IPL 2020 Final analysis: How Mumbai Indians choked Delhi Capitals

Mumbai Indians, as the side had done throughout the 2020 edition of the IPL, showed no chinks in the armour in the crucial final against Delhi Capitals in Dubai.

Suryakumar Yadav showed another endearing quality in the final. After a horror call led to Rohit Sharma and he being stuck at the same end, Yadav (right) quickly crossed to sacrifice his wicket.   -  Sportzpics / BCCI

An old, unpleasant feeling returned to haunt Delhi Capitals (DC) in the 2020 Indian Premier League (IPL) final. The side made a messy start, falling to a precarious 16 for two in the fourth over. Mumbai Indians (MI) pacer Trent Boult was on fire, putting his team firmly in the driver’s seat.

This was similar to what happened when the two sides met in Qualifier 1 just a few days earlier. DC had lost its first three wickets without putting a run on board, with Jasprit Bumrah joining Boult to wreak havoc. On both occasions, DC’s attempts to repair the early damage fell well short.

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In Bumrah and Boult, MI boasted of a skilled duo who could win the match inside the PowerPlay. If Boult’s accuracy and movement did not get the batsmen, Bumrah’s pinpoint yorkers did.

In the summit clash, it was down to DC skipper Shreyas Iyer and Rishabh Pant to drag their side to a respectable total of 156, but DC’s hopes of inflicting a similar early collapse on MI were thwarted by opening batsmen Rohit Sharma and Quinton de Kock.

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All too often, teams take the cautious route and stumble when faced with par targets. MI went the other way, intent on putting the match to bed with a serious assault at the top. This approach worked to perfection as captain Rohit and de Kock powered their team to 58 for one in five overs, deflating DC’s hopes entirely.

Sharma may not have been in the best form coming into the final, but he showed his class when the team needed him the most.

The inclusion of off-spinner Jayant Yadav in the Mumbai Indians playing XI — only for the second time this season — came as a surprise. The move worked as Jayant removed in-form southpaw Shikhar Dhawan with a flighted beauty.   -  Sportzpics / BCCI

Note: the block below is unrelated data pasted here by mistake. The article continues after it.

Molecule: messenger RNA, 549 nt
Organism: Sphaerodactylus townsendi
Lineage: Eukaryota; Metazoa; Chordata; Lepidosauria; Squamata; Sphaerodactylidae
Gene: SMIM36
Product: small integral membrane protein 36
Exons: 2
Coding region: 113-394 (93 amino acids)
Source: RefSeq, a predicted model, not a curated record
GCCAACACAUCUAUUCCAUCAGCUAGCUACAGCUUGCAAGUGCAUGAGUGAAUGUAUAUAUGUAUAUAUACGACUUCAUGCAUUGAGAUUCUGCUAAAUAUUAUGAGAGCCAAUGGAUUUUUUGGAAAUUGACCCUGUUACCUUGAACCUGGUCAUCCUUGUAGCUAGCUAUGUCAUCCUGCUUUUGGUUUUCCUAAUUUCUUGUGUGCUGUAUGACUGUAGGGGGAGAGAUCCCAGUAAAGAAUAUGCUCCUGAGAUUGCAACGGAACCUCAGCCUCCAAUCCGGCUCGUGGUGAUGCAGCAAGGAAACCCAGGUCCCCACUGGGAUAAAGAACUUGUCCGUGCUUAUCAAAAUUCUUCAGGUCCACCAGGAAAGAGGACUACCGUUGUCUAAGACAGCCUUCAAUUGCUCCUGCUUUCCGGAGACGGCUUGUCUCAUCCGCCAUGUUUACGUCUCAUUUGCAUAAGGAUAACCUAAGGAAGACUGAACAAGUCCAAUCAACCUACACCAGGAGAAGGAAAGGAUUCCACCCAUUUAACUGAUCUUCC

He was confident at the crease, totally unfazed by the big occasion. At no point during his 51-ball 68 did he look troubled, and this confidence rubbed off on his teammates.

Suryakumar Yadav is known to possess a great deal of confidence, but he showed another endearing quality on the day. A horror call led to Rohit and Suryakumar being stuck at the same end. By common logic, the blame for the mix-up should have fallen on Sharma, who rushed out for a single without even looking at his unmoved partner. Yadav would have been justified in standing his ground, but, in a selfless move, he quickly crossed Sharma to sacrifice his wicket. The captain made the most of his lifeline, taking MI to within 20 runs of the target before falling to Anrich Nortje.

DC did manage to scalp two more wickets, but Ishan Kishan’s unbeaten 19-ball 33 ensured a comfortable win for MI.

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MI had a near perfect day at the office, coming out on top even in the tactical battle. The inclusion of off-spinner Jayant Yadav in the playing XI — only for the second time this season — came as a surprise. Given that DC had no less than four left-handed batsmen in the lineup, MI believed that Jayant was better than leg-spinner Rahul Chahar.

The move worked as Jayant removed in-form southpaw Shikhar Dhawan with a flighted beauty. Jayant finished with great figures of 1/25 in his four overs, showing that he was primed and ready to shine on the big stage.

It was obvious that MI entered the field with plans to counter every scenario. Pant fell for the leg trap, hooking a short ball from Nathan Coulter-Nile to deep fine-leg. Shimron Hetmyer was deceived by a slower bouncer outside off-stump from Boult, tapping it straight to short third man. Armed with skilled bowlers capable of executing all plans perfectly, MI had all fronts covered.

MI, as it had done throughout this edition of the IPL, showed no chinks in the armour. There could not have been a more deserving champion.

Brief scores: Mumbai Indians 157 for 5 (Rohit 68, Kishan 33 not out, Nortje 2-25) beat Delhi Capitals 156 for 7 (Iyer 65 not out, Pant 56, Boult 3-30, Coulter-Nile 2-29) by five wickets.